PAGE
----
Investigating possible bias issues arising from improper use of the internal rate of return when used for decision-making on renewable energy technology investments

Ms Tanja Groth, Aarhus University/Stirling.DK ApS

The internal rate of return (IRR) is, together with net present value (NPV), the most commonly used investment decision tool for management (Ryan and Ryan, 2002). Presented as a simple percentage, it is an easily grasped concept which readily lends itself to instant investment comparisons.

The IRR is often used in conjunction with net present value (NPV) calculations to estimate the benefit of a given investment decision. Simply put, the IRR is the rate at which the benefits from an investment are equal to the investment itself.  However, using the IRR calculation indiscriminately can result in errors, particularly when disregarding the implicit reinvestment assumption, ranking of mutually exclusive projects and the potential for multiple IRRs.

These errors can lead to bias in the investment decision, particularly when applied to energy investment decisions where mutually exclusive projects with different investment costs and different lifetimes are compared. Almost all renewable energy technologies (RETs) share the characteristics of initial high capital costs followed by a stream of relatively low variable costs over the lifetime of the investment, contrary to fossil fuel technologies (FFTs), which are generally characterized by initial low capital costs with relatively higher lifetime variable costs (partially due to the use of high-cost fuels).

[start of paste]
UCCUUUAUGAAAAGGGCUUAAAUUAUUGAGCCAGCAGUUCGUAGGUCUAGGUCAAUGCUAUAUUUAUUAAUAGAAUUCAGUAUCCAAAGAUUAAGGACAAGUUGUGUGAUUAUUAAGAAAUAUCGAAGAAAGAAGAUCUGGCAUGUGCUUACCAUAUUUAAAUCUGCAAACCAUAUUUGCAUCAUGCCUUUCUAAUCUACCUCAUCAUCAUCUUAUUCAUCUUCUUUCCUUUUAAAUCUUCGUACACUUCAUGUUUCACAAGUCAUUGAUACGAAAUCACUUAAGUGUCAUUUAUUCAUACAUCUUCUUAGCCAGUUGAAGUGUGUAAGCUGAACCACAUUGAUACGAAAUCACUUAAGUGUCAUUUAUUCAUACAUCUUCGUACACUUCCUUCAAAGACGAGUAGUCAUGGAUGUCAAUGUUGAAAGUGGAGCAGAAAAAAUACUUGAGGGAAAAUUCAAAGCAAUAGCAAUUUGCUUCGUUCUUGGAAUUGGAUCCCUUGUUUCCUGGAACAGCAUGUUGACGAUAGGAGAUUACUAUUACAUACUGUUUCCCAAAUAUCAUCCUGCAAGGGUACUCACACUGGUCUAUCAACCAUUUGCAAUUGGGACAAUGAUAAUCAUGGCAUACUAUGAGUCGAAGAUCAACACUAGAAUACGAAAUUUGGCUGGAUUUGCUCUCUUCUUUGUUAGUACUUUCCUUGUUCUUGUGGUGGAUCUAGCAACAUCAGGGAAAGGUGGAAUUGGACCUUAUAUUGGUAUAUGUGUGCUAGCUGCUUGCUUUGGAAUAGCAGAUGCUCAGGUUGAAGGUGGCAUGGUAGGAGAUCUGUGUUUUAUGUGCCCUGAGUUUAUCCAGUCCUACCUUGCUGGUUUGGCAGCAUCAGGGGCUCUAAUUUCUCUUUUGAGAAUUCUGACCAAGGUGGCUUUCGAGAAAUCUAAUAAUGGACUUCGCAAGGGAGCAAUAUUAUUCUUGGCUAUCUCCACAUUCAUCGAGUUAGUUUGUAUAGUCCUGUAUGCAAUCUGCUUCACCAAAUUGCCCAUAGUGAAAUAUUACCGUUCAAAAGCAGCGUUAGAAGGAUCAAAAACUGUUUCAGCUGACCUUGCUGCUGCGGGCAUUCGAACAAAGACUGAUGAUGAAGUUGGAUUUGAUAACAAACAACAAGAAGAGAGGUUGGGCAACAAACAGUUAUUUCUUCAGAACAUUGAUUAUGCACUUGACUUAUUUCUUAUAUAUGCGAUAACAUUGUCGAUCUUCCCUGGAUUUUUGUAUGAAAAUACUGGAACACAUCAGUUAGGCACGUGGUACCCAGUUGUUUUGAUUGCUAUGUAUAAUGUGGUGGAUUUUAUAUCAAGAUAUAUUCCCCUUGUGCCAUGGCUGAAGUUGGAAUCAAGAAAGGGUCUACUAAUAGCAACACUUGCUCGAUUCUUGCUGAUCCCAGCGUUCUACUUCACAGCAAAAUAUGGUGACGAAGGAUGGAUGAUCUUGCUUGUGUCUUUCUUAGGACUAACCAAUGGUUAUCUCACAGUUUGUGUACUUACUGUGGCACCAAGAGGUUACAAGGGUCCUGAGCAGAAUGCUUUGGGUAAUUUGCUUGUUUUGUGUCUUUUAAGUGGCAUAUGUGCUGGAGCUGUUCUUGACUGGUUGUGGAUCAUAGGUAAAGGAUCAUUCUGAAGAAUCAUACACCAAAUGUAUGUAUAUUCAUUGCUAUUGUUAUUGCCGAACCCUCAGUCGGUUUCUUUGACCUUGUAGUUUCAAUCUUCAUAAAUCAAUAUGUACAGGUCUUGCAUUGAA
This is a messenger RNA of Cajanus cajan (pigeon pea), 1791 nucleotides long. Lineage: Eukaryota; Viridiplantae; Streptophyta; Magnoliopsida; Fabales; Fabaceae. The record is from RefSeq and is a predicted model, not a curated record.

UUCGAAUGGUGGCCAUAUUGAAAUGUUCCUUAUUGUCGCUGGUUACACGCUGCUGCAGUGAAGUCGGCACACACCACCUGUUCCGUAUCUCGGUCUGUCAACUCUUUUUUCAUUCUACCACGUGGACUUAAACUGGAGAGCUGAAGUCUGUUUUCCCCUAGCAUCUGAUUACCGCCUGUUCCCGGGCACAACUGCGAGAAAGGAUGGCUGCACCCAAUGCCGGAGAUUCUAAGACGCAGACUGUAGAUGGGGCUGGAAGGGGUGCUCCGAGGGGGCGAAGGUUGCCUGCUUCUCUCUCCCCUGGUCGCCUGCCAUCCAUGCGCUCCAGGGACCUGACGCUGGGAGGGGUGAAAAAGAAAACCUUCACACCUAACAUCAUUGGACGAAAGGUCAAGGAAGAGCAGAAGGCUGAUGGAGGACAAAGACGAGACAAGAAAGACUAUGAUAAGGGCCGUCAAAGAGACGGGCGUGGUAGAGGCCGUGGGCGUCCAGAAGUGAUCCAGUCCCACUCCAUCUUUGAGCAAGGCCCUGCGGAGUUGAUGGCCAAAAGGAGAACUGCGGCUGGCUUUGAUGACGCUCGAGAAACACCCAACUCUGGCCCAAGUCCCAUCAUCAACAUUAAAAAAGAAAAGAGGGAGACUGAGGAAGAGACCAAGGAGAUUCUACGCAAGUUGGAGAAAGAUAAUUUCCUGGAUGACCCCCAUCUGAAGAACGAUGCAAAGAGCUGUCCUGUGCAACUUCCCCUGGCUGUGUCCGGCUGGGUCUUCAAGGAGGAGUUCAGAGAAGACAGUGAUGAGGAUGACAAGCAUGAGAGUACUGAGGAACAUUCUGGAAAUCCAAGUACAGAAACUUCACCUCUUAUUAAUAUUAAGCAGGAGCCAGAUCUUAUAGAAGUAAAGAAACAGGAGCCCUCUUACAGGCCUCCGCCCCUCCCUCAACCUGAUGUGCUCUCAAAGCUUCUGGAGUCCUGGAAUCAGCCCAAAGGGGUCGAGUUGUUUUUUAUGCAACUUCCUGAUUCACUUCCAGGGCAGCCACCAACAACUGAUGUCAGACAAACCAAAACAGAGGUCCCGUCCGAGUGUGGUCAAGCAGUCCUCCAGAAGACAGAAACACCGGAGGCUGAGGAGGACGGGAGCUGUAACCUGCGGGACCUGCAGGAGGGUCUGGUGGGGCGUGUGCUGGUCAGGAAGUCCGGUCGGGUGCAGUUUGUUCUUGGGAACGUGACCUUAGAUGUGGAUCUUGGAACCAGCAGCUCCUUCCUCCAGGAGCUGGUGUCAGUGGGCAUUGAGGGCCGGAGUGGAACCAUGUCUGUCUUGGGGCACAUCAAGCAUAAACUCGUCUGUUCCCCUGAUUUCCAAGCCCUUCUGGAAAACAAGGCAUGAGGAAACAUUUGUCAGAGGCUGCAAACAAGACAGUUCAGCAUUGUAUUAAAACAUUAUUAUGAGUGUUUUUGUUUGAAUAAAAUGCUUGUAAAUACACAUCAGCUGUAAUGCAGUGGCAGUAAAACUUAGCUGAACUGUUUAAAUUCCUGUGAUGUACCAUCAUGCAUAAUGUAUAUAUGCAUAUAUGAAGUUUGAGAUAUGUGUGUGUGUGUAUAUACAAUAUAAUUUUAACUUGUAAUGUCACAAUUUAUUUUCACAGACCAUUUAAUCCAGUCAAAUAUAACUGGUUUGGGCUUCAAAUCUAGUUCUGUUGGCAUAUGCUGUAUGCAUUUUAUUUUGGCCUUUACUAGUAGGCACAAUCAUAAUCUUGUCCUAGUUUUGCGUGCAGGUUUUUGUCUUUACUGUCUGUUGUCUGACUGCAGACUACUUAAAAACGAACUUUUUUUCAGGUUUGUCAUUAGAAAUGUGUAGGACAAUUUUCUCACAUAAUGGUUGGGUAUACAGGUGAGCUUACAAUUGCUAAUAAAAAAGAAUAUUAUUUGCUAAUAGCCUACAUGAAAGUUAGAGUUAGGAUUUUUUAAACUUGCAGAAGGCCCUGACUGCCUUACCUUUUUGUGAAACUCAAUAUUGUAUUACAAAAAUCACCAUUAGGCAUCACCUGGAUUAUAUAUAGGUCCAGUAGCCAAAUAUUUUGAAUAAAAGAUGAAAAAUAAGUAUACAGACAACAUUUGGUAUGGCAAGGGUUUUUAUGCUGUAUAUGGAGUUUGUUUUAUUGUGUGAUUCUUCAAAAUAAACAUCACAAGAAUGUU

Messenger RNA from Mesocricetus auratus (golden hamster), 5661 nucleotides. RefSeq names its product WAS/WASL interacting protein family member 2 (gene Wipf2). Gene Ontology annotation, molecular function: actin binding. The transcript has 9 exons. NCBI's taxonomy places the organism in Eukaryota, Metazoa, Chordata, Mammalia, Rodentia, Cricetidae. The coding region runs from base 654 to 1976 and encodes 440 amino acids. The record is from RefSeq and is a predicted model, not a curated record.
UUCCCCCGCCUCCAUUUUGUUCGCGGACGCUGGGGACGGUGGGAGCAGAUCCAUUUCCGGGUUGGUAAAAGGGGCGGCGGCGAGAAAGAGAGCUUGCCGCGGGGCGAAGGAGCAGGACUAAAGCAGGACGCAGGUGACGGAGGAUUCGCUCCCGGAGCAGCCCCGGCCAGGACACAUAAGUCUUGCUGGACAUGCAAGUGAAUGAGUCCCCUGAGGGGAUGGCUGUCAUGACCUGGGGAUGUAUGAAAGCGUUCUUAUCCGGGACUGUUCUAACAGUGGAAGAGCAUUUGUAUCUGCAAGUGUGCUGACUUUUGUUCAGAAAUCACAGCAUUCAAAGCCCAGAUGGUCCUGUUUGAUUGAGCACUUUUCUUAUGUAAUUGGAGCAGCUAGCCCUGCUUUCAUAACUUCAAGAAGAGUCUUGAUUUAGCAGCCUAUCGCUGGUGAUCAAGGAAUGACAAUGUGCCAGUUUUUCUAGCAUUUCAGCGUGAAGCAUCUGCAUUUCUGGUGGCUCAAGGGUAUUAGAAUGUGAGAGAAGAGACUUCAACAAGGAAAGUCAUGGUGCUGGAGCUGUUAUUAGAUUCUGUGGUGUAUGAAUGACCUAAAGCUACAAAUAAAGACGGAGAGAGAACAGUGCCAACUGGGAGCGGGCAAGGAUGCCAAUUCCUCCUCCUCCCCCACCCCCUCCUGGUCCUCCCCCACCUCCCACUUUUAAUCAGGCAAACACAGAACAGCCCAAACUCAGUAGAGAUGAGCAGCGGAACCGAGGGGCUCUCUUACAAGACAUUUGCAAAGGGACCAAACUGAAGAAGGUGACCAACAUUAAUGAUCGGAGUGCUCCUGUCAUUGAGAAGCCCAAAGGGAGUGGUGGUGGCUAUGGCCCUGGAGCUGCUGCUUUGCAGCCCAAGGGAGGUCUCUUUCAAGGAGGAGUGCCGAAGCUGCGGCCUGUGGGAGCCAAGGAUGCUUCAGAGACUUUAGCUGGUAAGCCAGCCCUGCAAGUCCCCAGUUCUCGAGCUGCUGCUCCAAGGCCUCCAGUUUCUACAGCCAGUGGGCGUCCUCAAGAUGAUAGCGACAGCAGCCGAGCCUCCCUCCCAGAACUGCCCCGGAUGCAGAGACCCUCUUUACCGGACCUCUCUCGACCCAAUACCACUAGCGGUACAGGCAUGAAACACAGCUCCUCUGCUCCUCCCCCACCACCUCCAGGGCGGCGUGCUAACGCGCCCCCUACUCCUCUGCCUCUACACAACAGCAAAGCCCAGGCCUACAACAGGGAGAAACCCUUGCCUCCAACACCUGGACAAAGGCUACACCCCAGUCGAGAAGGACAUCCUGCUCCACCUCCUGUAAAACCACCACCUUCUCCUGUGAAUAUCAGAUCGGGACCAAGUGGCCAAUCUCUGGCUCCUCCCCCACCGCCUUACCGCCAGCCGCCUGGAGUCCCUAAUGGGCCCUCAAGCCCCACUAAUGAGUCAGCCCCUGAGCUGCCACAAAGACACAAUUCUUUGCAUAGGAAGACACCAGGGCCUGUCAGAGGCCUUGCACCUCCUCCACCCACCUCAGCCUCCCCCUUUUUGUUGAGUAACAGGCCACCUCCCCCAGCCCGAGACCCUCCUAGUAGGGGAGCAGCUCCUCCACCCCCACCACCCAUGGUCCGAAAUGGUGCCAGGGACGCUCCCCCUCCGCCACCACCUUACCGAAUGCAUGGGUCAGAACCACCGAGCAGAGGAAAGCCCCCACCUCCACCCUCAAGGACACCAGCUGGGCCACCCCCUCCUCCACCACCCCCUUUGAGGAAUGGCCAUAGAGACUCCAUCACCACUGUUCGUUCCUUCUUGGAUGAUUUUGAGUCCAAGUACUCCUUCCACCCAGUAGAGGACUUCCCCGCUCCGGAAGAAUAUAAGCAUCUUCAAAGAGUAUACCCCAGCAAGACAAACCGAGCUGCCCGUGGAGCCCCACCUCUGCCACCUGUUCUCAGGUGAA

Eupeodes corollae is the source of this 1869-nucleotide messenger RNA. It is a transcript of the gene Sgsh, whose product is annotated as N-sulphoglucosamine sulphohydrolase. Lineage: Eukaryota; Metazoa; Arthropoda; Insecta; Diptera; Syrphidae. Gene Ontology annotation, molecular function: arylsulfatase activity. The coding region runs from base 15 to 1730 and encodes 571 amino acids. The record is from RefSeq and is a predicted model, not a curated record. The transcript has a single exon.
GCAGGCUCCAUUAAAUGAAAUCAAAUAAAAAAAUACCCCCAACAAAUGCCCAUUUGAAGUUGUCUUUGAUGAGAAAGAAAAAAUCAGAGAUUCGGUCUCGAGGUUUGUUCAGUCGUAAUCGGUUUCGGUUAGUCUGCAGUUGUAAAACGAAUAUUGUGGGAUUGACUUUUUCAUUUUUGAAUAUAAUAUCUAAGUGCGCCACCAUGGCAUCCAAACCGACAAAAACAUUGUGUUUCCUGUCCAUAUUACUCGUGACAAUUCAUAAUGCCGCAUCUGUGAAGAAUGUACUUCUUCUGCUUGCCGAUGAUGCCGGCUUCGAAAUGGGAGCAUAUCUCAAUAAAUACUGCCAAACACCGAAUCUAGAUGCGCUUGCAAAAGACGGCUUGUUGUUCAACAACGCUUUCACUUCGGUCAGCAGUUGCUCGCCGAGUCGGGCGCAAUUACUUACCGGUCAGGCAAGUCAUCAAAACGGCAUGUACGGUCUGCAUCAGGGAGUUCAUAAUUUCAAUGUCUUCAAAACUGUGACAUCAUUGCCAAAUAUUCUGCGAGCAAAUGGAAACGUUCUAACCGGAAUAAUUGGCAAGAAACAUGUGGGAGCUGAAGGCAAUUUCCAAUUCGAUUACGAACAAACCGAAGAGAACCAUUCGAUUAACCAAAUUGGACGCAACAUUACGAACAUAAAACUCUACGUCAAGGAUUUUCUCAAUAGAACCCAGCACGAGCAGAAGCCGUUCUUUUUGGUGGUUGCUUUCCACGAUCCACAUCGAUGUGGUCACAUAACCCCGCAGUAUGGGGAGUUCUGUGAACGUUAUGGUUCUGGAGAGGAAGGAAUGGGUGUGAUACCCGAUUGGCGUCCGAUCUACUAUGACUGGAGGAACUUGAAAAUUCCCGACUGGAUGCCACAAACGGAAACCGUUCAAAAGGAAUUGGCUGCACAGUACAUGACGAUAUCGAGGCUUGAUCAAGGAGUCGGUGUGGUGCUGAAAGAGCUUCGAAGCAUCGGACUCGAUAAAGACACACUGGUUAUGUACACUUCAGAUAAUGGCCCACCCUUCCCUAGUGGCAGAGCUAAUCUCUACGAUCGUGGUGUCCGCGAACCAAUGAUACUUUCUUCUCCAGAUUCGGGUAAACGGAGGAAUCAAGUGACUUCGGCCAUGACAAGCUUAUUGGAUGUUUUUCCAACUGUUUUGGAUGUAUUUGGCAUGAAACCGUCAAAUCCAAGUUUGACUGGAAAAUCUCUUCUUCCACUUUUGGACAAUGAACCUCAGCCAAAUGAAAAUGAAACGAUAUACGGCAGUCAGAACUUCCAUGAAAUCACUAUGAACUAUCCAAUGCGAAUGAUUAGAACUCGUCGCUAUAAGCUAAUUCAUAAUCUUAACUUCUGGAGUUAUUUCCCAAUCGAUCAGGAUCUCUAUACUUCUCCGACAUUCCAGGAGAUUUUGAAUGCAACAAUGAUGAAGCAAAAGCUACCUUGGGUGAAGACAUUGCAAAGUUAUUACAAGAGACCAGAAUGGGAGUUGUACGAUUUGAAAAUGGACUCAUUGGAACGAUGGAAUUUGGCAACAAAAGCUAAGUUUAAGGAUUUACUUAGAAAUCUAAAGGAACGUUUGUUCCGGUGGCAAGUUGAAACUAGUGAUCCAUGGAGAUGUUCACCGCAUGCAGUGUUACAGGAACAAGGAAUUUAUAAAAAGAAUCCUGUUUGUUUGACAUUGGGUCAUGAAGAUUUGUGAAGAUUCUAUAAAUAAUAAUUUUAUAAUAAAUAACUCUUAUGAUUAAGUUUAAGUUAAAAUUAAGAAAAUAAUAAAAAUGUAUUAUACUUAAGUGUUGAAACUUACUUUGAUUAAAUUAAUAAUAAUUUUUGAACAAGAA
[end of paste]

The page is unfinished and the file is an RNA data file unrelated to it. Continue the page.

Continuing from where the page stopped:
This paper will explore the potential for bias in the investment decision for a high-capital cost RET against a low-capital cost FFT. Particularly, the overstatement of benefits suggested by high IRRs in the FFT scenarios is illustrated using the modified internal rate of return (MIRR). The return to investment for a RET case study and an FFT case study are compared using NPV, IRR, MIRR and incremental IRR (IIRR).

This paper contributes to the existing literature by arguing the existence of an implicit barrier to investments in RETs caused by the misuse of IRR in investment decisions. This is illustrated using  a case study of a high-cost RET relative to a low-cost FFT. Investors in particular should be made aware of the dangers in using IRR when facing RET investment decisions.

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